Several times a week I’m asked to provide bid proposals for community vehicle patrols or dedicated guarding services. Regardless of whether the community currently has security and is seeking a fresh perspective for additional options or is considering patrols for the first time there are several factors to consider.
The most basic questions you should ask yourself as an HOA board is, “what are we seeking to accomplish with our courtesy patrols and how can that best be accomplished by using a patrol company?” Is it to deter outsiders from wandering your community? Is it to monitor and secure community amenities after-hours? Enforce parking regulations? All the above? Once the community has a clear picture of what they are looking for it is critical to communicate this to prospective security companies so they can work on programs that focus on your goals. Define Terms – Don’t assume verbiage is universal. Patrols can greatly vary in duration and detail.
A quality security bid requires a security assessment. Assessments require first-hand knowledge of the environment as well as historical factors. It is important to communicate what it is you are trying to accomplish with security and to be candid about any incidents that have taken place in the community. Most of the time you will meet with potential companies during the daytime, but most security services occur after sundown. Companies should request to spend time in the community after dark to see the full scope of their duties. A quality company shouldn’t accept the number of patrols you request outright, but rather place it in the larger context of your overall needs and recommend what they believe is best for your community. The security company is the subject matter expert and should be willing and able to demonstrate their expertise.
Quality over Quantity
The primary reasons to contract security services are to:
• deter criminal activity
• observe and report potential security and maintenance concerns
• enforce community parking policies
• and to lock and unlock community amenities.
Security vendors vary widely based on the tools and techniques they use to make outsiders feel unwelcome, residents more secure, detect potential problems, and report these issues in a timely manner. Using the proper vehicles, technology and top-notch personnel costs money, but will serve your community well when you know you can depend on the service they provide.
Some questions to ask may be:
• How can I be sure the guards are doing their jobs?
• What types of technology do you use to enhance and manage my security program?
• How will I get access to my reports?
• How responsive are you to incidents and concerns I may have?
Security personnel often enjoy a great deal of autonomy, especially when they drive patrol vehicles between various properties and cities. Most employees work alone and must be trusted to act with integrity, but management should also have the means to proactively monitor the quality of services being provided, rather than react only when receiving feedback from the HOA. You hired security to provide a service, you shouldn’t need to constantly monitor the quality of their work.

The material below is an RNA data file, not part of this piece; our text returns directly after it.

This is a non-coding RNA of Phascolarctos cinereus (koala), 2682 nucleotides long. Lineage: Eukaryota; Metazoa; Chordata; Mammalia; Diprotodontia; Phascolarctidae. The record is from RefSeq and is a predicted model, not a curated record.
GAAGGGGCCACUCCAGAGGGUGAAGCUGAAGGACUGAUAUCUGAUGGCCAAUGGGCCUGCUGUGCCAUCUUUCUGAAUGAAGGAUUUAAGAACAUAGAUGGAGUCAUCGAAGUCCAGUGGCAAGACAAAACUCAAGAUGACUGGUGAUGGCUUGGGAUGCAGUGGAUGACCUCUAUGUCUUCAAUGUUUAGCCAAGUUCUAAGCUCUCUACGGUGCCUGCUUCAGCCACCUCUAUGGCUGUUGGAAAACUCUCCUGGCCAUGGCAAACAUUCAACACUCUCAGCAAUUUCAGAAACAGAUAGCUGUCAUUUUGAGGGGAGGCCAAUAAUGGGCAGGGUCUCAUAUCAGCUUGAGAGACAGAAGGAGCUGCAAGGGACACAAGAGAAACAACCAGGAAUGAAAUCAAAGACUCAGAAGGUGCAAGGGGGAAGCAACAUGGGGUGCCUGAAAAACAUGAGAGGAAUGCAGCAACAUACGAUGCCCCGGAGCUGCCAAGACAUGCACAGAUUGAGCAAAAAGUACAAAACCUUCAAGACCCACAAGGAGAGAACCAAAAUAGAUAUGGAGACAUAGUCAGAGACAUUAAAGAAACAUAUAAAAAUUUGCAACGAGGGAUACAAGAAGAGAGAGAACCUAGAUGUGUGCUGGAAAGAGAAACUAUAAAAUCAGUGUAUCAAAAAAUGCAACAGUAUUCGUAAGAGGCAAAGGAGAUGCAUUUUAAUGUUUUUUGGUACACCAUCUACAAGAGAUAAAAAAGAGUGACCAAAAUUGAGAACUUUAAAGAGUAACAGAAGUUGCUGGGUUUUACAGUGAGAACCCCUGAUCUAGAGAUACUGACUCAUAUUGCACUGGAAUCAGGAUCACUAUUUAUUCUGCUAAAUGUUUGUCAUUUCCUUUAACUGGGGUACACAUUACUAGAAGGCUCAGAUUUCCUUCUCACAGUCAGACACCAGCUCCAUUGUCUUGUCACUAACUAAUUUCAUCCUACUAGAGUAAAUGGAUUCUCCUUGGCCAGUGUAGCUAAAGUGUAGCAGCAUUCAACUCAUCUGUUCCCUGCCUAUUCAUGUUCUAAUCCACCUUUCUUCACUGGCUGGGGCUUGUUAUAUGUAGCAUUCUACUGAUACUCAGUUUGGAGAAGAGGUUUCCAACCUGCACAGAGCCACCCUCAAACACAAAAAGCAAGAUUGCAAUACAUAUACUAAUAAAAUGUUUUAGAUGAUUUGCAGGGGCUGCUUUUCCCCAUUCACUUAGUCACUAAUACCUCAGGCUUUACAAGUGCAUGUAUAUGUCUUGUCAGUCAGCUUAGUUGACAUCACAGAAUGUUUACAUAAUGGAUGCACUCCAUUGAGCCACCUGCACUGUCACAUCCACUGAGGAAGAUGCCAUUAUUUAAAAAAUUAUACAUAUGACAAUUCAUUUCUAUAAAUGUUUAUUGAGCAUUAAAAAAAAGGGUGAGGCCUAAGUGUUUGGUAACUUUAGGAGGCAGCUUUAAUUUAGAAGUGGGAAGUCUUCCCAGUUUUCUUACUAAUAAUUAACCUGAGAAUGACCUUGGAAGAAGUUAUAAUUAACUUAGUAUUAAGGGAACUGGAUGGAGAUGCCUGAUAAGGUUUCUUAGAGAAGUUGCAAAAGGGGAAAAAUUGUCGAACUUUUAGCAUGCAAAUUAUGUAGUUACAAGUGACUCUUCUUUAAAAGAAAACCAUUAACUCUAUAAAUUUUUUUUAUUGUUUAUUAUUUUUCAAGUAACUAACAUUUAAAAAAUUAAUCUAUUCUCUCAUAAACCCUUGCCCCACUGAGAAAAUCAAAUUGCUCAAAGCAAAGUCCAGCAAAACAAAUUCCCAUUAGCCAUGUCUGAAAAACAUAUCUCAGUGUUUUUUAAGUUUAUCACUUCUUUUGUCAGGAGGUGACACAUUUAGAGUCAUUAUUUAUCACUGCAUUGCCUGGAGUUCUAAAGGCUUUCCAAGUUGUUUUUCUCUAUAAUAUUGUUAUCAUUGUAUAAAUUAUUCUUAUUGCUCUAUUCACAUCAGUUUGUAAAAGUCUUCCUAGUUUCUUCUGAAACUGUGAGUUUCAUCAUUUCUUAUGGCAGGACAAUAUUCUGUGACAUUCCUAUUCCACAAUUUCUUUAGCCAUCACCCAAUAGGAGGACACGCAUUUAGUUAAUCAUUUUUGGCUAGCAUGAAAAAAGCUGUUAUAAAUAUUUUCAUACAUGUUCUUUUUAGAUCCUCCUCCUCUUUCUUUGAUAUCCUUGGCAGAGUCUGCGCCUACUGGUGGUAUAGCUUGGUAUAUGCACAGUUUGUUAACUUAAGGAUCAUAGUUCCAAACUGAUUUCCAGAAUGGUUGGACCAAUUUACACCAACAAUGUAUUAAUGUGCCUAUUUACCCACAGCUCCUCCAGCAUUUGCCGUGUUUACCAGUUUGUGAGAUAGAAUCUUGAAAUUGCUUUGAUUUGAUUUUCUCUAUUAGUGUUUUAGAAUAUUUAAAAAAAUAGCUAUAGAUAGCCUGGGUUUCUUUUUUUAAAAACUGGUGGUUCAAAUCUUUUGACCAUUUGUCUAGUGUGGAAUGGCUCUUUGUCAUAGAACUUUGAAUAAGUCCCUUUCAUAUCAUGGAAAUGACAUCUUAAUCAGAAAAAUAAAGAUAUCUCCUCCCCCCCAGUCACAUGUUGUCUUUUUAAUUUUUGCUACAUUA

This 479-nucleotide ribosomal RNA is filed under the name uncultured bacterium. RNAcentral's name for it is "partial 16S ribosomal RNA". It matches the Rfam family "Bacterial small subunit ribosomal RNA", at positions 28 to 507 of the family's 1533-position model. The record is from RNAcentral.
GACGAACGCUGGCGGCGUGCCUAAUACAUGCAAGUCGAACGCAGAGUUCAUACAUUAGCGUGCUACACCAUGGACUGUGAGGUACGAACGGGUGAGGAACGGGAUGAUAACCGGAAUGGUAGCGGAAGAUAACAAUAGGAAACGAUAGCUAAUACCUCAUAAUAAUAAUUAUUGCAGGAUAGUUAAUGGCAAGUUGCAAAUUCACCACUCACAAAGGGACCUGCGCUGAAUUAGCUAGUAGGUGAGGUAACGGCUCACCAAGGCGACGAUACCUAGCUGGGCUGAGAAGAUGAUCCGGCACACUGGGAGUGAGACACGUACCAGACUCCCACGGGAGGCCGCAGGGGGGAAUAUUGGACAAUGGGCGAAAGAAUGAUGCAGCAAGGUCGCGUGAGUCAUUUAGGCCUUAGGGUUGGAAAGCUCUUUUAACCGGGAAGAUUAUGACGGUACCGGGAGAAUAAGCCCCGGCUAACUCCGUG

One company may offer twice as many patrols to your community than another, but there are always tradeoffs. For example, visits to your community may be shorter duration overall, walking or driving patrols may be done very quickly, making it harder to observe and record important details, etc. If a company tells you they can patrol your community in 5 minutes you have every reason to decide for yourself whether that seems reasonable. Drive the patrol in your own vehicle and simulate the duties yourself. Consider the time it takes to walk through the community, lock doors, write parking violation notices, etc. If you can’t do it in 5 minutes, neither can they, without cutting corners.
Placing a high value on quantity creates a race to the bottom where you are more likely to get less service for a lower price rather than a great bargain. Evaluate all that is being offered and don’t hesitate to ask how the features they boast and systems they rely on directly benefit you.
Finally, if your association has a security question or is considering a security policy revision and wants some ideas on how it can be enforced, will your security company be a resource or do you only hear from them when they need something? Access to knowledgeable management in a timely manner is important. If you are considering a change that may impact how your security company provides services, they should have a vested interest in providing input. If reaching someone with security operations experience in a timely manner proves challenging, there may be reason to question quality control.
A security company is a valuable resource to your community and needs to be available to answer your questions, address your concerns and provide you with peace of mind.
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